While Meek Mill's fans await the incarcerated rapper's verdict, his hometown's NFL team plans to keep his spirit alive through his music. Following the Philadelphia Eagles' NFC championship win on Sunday (Jan. 21), a few members of the Super Bowl-bound team decided to blast Mill's "Dreams and Nightmares (Intro)" to commemorate the win over the Minnesota Vikings (38-7).

The resounding celebration vibrated throughout Philly which ultimately found its way to Mill. In a statement provided to VIBE, the "Amen" rapper sent his well wishes to the Eagles and hopes his words of encouragement will lead them to victory.

"I'm so proud of my Eagles for making the Super Bowl and representing the city of Philadelphia. It really lifted my spirit to hear the team rally around my songs and that's why I make music - to inspire others and bring people together," his statement reads. "But the Eagles have also motivated me with the way they've overcome tough situations and injuries to succeed this year. That's why I'm confident my guys are going to beat the Patriots and bring the Super Bowl trophy to Philly."

In November 2017, the 30-year-old artist was sentenced to two to four years in prison for a probation violation. The controversial judge that's presided over Mill's case, Judge Genece Brinkley, claimed he failed a drug test and allegedly refrained from adhering to a mandated travel regulation. Since that verdict, Mill's legal team called for Brinkley's recusal from the case of improper behavior and personal bias, and rallies were held to support Mill's freedom and place a lens on the probation system.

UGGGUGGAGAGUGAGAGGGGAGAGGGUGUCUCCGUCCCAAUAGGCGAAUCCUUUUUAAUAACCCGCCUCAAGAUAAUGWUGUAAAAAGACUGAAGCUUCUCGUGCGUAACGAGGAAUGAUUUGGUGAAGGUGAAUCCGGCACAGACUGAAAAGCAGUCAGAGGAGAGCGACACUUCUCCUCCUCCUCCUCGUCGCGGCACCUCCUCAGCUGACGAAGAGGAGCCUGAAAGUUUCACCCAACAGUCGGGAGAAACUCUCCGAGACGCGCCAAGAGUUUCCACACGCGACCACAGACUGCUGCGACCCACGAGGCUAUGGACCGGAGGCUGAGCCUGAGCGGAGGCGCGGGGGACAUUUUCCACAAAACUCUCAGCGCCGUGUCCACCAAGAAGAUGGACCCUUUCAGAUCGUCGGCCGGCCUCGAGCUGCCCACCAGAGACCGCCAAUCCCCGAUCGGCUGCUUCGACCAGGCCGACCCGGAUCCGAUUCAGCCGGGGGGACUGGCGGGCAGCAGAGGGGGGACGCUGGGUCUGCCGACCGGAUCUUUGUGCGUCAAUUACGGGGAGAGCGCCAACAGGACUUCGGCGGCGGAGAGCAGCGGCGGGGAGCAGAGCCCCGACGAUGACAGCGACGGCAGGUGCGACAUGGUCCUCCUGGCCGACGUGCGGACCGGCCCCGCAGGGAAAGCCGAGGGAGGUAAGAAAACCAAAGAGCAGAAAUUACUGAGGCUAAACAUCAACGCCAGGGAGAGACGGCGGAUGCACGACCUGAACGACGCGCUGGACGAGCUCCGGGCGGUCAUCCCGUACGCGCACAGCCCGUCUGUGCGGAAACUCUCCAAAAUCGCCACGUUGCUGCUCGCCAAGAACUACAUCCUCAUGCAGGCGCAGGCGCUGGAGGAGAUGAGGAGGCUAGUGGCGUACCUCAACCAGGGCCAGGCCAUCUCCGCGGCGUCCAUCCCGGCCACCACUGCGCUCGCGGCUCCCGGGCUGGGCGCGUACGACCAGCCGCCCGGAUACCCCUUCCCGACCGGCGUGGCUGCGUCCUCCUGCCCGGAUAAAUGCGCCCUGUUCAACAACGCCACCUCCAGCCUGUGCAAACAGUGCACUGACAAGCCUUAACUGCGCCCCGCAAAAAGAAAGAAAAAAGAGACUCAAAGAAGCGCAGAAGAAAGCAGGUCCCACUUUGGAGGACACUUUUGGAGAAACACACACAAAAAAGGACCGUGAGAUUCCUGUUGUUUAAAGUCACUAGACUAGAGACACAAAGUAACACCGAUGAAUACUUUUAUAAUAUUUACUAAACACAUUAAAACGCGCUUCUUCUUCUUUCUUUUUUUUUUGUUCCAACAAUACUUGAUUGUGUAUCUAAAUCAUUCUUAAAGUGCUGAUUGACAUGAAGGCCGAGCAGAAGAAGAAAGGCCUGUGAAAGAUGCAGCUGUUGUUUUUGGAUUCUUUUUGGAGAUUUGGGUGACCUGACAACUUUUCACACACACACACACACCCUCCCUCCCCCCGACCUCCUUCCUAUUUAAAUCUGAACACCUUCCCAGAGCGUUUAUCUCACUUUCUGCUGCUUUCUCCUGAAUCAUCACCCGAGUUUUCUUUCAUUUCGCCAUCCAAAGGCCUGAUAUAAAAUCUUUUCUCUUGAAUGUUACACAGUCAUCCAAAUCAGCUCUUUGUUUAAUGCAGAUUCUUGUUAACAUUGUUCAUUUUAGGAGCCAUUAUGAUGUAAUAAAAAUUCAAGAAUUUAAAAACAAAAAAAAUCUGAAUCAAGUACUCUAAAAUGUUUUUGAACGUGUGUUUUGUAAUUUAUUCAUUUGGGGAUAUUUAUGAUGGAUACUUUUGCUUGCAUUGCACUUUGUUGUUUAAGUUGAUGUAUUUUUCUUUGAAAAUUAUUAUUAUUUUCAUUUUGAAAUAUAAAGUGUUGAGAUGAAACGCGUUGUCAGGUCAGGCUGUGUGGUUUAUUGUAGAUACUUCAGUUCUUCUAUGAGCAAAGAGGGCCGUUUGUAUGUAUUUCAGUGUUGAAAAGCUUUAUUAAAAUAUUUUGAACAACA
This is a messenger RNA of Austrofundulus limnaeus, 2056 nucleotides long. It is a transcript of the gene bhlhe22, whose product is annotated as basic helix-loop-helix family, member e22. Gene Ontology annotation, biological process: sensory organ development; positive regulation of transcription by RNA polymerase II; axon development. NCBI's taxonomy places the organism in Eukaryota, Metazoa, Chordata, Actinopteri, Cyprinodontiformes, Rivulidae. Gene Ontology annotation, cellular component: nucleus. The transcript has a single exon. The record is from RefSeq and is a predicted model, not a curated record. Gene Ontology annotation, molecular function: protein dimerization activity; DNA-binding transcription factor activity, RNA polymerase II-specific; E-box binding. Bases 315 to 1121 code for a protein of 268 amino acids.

In a previous interview with VIBE, #cut50 co-founder and activist Jessica Jackson Sloan said Mill's case speaks to a larger problem within America's criminal justice system.

"This case is just symbolic of the impropriety of our justice system and because Meek is a public figure and has been an incredible community leader and youth mentor and artist and such an inspiration to so many, I think people see his case as a sign of hope that something will change," Jackson said. "That people will finally realize how rigged the system is and how unfair it is and want to do something about it."